Idaho legislators hear Human Rights Act amendment presentation

It was an historic first.

On March 20, Idaho legislators heard a public presentation from supporters of an amendment to the Idaho Human Rights Act to include the words “sexual orientation” and “gender identity or expression.”

The hour-long presentation and questions and answers period, delivered during a joint session of the State Senate and House Affairs committees, drew a packed crowd of about 300 at the Idaho State Capitol Building. It was the first opportunity for legislators to hear directly from community proponents of the amendment, following years of legislative inaction on the issue. Neither a print nor a public hearing of an amendment bill is expected this year.

Senator Cheri Buckner-Webb and Representative Grant Burgoyne worked with Idaho LGBTQ community advocates to organize the presentation, which brought together an array of perspectives to help inform legislators of the necessity for the amendment.

Pride Foundation Executive Director Kris Hermanns wrote a letter in favor of the amendment that was included in an informational packet for committee members.

“Adding ‘sexual orientation, gender identity or expression’ to the list of groups protected under state laws not only addresses the discrimination faced by LGBT Idahoans,” Hermanns said, “but it is good for all Idaho citizens and builds on our values of fairness and freedom.”

Don Curtis Sr., a retired Hewlett-Packard general manager in Boise, talked to the committees about how what you do as a leader influences the actions of those around you, referring to HP’s inclusion of non-discrimination protections for its LGBTQ employees, enacted before his retirement.

“The rollout went extremely smoothly because HP leaders said ‘we’ll be the example and treat everyone with dignity and respect,’” Curtis said. “And that change did help us with recruiting employees.”

One of those recruits was Curtis’ own openly gay son, who Curtis said also helped him in his own personal growth regarding LGBTQ issues.

“I was conveniently blinded to think that everyone is heterosexual, and I was a believer in the myth of homosexual choice,” he said. “I asked a lot of questions and finally put that myth behind me. We all have to honestly confront the myth and see the biases and prejudices that we have.”

Clark Krause, executive director for Boise Valley Economic Partnership, helps keep and grow jobs in Idaho as his main BVEP role and recruits companies to relocate to the state. He told the committees that questions about diversity and inclusiveness often arise.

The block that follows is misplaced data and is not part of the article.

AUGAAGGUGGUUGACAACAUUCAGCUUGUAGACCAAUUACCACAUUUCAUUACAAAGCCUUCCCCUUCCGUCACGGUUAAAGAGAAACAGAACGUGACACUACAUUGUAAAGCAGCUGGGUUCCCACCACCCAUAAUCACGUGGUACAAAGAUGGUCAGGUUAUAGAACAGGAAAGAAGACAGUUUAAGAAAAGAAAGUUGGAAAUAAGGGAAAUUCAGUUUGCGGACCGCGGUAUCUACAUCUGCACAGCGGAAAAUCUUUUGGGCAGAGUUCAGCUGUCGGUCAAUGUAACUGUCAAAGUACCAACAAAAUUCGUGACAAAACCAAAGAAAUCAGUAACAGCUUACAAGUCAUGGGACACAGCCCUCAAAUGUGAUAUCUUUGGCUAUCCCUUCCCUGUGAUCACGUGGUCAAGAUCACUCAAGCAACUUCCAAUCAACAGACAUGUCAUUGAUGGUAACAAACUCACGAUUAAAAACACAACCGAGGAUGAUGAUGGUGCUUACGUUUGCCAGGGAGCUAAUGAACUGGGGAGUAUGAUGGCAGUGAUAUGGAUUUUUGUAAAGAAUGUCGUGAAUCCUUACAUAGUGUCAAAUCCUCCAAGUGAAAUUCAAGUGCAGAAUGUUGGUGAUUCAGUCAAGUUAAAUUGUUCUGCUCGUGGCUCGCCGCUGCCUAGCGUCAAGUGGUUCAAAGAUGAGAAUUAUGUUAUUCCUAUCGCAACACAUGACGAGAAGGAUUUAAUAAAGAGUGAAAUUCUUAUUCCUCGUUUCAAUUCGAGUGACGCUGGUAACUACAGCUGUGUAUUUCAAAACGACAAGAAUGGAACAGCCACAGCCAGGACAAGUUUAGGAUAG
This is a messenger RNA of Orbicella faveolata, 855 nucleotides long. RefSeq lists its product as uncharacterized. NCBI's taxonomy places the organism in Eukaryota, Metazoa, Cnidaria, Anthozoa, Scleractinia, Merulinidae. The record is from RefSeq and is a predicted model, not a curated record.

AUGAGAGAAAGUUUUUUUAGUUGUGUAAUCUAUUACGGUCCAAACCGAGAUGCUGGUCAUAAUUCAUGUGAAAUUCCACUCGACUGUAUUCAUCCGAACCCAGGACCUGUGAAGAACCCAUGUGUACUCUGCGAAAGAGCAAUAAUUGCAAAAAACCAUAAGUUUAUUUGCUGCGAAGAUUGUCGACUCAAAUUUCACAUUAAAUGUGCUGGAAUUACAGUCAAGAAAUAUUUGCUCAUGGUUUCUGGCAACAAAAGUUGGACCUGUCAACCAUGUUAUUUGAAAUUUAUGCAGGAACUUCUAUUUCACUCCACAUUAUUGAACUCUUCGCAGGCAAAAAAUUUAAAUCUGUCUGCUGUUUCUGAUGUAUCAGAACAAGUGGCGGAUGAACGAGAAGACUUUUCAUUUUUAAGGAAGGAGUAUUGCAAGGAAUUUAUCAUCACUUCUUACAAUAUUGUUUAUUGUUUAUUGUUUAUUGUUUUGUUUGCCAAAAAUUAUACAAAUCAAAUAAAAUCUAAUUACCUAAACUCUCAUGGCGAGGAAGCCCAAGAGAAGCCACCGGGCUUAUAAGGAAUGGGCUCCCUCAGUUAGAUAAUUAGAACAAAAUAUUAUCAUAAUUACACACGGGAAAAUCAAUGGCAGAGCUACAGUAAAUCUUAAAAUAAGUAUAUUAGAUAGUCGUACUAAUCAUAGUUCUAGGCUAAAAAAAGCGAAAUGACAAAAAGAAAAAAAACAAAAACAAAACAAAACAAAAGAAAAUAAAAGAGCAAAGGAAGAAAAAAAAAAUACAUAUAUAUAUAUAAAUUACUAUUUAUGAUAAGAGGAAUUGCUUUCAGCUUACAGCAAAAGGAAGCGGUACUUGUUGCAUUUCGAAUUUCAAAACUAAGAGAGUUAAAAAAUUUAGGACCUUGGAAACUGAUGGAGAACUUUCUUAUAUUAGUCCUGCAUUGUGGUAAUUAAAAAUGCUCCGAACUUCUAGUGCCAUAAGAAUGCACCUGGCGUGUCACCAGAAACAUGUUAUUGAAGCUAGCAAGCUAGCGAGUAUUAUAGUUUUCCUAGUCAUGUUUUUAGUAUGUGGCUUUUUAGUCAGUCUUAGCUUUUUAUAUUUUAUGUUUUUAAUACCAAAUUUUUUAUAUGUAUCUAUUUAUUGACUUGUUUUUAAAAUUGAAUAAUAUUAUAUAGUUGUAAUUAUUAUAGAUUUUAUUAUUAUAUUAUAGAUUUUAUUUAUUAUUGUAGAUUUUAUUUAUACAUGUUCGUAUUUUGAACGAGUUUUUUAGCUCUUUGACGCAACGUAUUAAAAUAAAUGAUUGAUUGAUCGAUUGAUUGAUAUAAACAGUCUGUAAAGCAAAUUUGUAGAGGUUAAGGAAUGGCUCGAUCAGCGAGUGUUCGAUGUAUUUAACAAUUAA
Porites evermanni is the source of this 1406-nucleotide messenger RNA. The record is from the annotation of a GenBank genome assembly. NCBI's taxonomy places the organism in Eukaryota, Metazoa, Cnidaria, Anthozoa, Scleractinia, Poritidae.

“We compete nationally for businesses to come here, and clients and employees want to feel comfortable and welcome in your community,” Krause said. “Discrimination is just bad for business.”

Mistie Tolman, spokesperson for Add the Words Idaho and a Pride Foundation 2012 scholar, talked about a job she once had where she felt the need to hide her sexual orientation as a lesbian, sidestep questions about her personal life, and not put a photo of her partner on her desk.

“I had no protections and I was very aware of it,” she said. “Gay and transgendered Idahoans live as second-class citizens. No one should have to live in daily fear of being fired.”

Boise Police Chief Michael Masterson echoed Tolman’s statements, adding that police departments can’t do their jobs effectively if citizens don’t trust them. The City of Boise enacted a citywide nondiscrimination ordinance in January with protections for sexual orientation and gender identity/expression in housing, employment and public accommodations, and the police department now employs an LGBT liaison officer – the first and only one in Idaho.

“Our job is jeopardized when citizens feel we can’t protect them,” Masterson said. “LGBT crimes go unreported. People are afraid to report them for fear of being outed and jeopardizing their employment.”

Monica Hopkins, executive director of the American Civil Liberties Union of Idaho, summed up the presentation succinctly when asked to clarify whether the amendment was about giving LGBTQ citizens “special rights.”

“We all have a sexual orientation and a gender identity,” she said. “This amendment is about upholding equal rights.”

Steve Martin is Pride Foundation’s Regional Development Organizer in Idaho. Email Steve.

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